As people get wealthier, they are consuming more and more meat. Animal agriculture is responsible for 14 percent to 18 percent of greenhouse gas emissions more than the entire transportation sector.
In fact, if one was to feed a chicken nine calories of food one would only get back one calorie by way of meat. These concerns coupled with the birth of zoonotic diseases and antibiotic resistance emanating from industrial agriculture make for a concerning future.
According to the Yale School of Forestry and Environmental Studies, 80 per cent of the land clearing in countries which had Amazon forest cover can directly be attributed to cattle ranching.
The idea is to create a more ecologically-friendly and humane meat industry. Some industry experts think this process, called cellular agriculture, is the wave of the future. By the end of 2019, around 55 companies worldwide were working on it. A host of non-conventional foods are being developed with the aim of providing food rich in protein and other nutrients, while being gentle on the planet by using less water and land.
Some studies claim that switching meat, dairy and other animal products for alternative foods could reduce these impacts by more than 80%, while providing a more complete range of essential nutrients than a purely vegetarian or vegan diet.
Numerous studies have shown that moving towards a plant-based diet has benefits for both health and the planet.
A recent report by the Intergovernmental Panel on Climate Change (IPCC) recommended a switch to balanced diets that are rich in plants like grains and vegetables, with a moderate intake of sustainably produced meat and dairy.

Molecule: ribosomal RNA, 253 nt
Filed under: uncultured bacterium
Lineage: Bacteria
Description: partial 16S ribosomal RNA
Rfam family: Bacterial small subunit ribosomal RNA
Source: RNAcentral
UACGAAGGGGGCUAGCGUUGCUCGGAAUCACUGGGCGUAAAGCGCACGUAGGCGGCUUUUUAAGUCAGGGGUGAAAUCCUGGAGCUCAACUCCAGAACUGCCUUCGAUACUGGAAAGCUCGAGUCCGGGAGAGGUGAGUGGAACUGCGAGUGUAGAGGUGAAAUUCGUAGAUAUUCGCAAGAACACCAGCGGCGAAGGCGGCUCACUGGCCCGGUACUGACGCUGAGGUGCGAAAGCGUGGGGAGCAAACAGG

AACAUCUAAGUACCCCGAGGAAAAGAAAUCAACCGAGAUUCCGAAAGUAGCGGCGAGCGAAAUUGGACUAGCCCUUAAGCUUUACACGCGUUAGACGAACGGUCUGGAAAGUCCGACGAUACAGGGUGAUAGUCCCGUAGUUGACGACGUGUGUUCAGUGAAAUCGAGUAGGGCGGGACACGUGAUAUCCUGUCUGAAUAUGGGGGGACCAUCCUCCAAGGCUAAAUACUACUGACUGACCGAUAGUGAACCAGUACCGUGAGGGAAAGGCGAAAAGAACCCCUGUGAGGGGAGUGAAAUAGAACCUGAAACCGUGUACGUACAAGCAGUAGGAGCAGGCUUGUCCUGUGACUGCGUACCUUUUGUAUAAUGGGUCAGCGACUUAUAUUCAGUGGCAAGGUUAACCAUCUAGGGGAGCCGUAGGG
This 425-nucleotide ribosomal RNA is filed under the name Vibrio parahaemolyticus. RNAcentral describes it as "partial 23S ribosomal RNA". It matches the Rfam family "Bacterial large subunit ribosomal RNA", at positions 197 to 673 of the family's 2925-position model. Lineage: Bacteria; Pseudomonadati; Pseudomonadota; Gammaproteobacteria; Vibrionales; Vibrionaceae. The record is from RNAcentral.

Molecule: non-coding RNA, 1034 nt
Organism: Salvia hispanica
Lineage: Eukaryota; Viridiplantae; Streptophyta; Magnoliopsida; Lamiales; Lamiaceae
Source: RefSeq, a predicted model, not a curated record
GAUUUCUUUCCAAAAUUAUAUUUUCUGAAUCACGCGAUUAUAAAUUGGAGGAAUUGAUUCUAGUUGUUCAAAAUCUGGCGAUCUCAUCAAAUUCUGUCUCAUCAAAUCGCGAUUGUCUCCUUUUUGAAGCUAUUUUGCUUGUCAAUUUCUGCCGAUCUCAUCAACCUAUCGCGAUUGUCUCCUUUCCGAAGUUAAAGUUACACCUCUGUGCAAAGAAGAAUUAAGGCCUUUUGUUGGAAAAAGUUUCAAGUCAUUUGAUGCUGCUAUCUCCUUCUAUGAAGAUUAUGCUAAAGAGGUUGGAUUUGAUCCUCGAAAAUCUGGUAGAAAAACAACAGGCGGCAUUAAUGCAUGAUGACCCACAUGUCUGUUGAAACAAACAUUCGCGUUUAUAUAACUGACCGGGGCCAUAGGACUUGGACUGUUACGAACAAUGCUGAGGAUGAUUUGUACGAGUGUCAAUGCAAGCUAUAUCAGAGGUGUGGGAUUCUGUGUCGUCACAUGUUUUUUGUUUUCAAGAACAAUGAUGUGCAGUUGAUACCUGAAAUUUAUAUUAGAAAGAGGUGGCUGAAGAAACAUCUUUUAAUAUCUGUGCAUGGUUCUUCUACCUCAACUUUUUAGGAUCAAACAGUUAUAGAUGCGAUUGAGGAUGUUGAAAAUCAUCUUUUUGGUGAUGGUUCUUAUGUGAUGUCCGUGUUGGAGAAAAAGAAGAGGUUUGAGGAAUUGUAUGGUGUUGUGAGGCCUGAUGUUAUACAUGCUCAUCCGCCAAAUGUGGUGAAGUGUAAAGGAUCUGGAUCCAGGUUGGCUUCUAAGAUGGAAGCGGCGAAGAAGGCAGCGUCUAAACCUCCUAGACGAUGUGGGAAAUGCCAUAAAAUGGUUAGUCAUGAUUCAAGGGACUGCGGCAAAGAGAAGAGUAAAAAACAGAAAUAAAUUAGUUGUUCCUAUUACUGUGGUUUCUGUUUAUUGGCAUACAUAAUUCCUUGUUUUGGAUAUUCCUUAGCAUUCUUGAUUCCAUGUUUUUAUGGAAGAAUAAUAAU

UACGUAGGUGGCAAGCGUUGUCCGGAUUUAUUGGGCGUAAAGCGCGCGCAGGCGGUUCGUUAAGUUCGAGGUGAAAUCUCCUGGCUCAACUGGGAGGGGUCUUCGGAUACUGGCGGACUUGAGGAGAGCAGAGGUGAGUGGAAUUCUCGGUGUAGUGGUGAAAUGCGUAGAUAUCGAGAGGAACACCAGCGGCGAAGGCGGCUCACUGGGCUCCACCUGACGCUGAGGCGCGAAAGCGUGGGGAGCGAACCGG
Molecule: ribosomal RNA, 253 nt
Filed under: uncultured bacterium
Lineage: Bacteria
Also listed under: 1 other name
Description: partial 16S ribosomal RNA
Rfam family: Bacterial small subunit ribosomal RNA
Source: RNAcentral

The need for it
In 2050, the world’s population is going to be 10 billion and feeding this population with the current food system is impossible. Bill Gates in his book How to Avoid a Climate Disaster advocates for innovation in food technology and speaks of cultivated and plant-based meat.
Cultivated meat is meat that is grown in a facility and not on an animal’s body. Cultivated meat is made from the same cell types arranged in similar structure as animal tissue and tastes, looks and feels like the meat people eat today.
Plant-based meat is, like the name suggests, made from plants. It is made with various texturisation technologies, the most commercial one being extrusion. The technologies have the potential to make plant-based meat products like kheema or a chicken breast and even a fish fillet.
Data shows that cultivated meat uses 95 percent less land, 78 percent less water, causes 92 percent less global warming and 93 percent less air pollution.
Cultivated meat has made great progress in the last six months; Singapore has permitted the sale of cultivated chicken meat. In Israel, government support has been provided to the alternative protein sector. Canada has invested millions in the plant protein sector. Educational institutes in the Netherlands and the United States have developed university courses in this sector.